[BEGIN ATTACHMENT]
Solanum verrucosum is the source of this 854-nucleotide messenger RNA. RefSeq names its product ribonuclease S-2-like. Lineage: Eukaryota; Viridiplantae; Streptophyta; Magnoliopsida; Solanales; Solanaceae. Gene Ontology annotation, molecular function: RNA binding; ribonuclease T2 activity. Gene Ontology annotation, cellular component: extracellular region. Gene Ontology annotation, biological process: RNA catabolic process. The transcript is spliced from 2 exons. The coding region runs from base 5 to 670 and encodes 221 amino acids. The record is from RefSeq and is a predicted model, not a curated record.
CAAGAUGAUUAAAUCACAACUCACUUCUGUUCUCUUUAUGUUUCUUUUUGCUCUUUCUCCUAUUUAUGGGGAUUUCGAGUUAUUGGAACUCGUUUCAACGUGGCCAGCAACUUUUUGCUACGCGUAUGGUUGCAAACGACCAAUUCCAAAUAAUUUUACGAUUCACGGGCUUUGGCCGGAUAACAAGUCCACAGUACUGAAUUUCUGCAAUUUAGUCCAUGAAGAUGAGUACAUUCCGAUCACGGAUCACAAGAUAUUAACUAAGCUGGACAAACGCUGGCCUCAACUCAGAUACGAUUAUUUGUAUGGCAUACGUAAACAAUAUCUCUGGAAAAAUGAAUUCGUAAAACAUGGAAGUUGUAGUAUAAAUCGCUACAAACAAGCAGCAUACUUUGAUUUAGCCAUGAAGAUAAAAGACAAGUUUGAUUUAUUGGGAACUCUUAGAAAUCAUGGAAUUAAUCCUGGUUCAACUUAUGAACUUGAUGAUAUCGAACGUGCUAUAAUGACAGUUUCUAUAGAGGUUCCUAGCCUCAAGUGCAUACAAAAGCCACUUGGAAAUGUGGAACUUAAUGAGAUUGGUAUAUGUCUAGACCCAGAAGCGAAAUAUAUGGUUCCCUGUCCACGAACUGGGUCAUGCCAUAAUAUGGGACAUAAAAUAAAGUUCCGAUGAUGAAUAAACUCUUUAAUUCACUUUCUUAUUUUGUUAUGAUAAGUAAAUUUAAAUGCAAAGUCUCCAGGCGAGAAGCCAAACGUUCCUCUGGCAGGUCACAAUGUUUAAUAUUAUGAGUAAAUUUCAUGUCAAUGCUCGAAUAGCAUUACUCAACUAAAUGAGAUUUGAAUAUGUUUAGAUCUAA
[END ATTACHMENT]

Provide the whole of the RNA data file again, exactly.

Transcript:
Solanum verrucosum is the source of this 854-nucleotide messenger RNA. RefSeq names its product ribonuclease S-2-like. Lineage: Eukaryota; Viridiplantae; Streptophyta; Magnoliopsida; Solanales; Solanaceae. Gene Ontology annotation, molecular function: RNA binding; ribonuclease T2 activity. Gene Ontology annotation, cellular component: extracellular region. Gene Ontology annotation, biological process: RNA catabolic process. The transcript is spliced from 2 exons. The coding region runs from base 5 to 670 and encodes 221 amino acids. The record is from RefSeq and is a predicted model, not a curated record.
CAAGAUGAUUAAAUCACAACUCACUUCUGUUCUCUUUAUGUUUCUUUUUGCUCUUUCUCCUAUUUAUGGGGAUUUCGAGUUAUUGGAACUCGUUUCAACGUGGCCAGCAACUUUUUGCUACGCGUAUGGUUGCAAACGACCAAUUCCAAAUAAUUUUACGAUUCACGGGCUUUGGCCGGAUAACAAGUCCACAGUACUGAAUUUCUGCAAUUUAGUCCAUGAAGAUGAGUACAUUCCGAUCACGGAUCACAAGAUAUUAACUAAGCUGGACAAACGCUGGCCUCAACUCAGAUACGAUUAUUUGUAUGGCAUACGUAAACAAUAUCUCUGGAAAAAUGAAUUCGUAAAACAUGGAAGUUGUAGUAUAAAUCGCUACAAACAAGCAGCAUACUUUGAUUUAGCCAUGAAGAUAAAAGACAAGUUUGAUUUAUUGGGAACUCUUAGAAAUCAUGGAAUUAAUCCUGGUUCAACUUAUGAACUUGAUGAUAUCGAACGUGCUAUAAUGACAGUUUCUAUAGAGGUUCCUAGCCUCAAGUGCAUACAAAAGCCACUUGGAAAUGUGGAACUUAAUGAGAUUGGUAUAUGUCUAGACCCAGAAGCGAAAUAUAUGGUUCCCUGUCCACGAACUGGGUCAUGCCAUAAUAUGGGACAUAAAAUAAAGUUCCGAUGAUGAAUAAACUCUUUAAUUCACUUUCUUAUUUUGUUAUGAUAAGUAAAUUUAAAUGCAAAGUCUCCAGGCGAGAAGCCAAACGUUCCUCUGGCAGGUCACAAUGUUUAAUAUUAUGAGUAAAUUUCAUGUCAAUGCUCGAAUAGCAUUACUCAACUAAAUGAGAUUUGAAUAUGUUUAGAUCUAA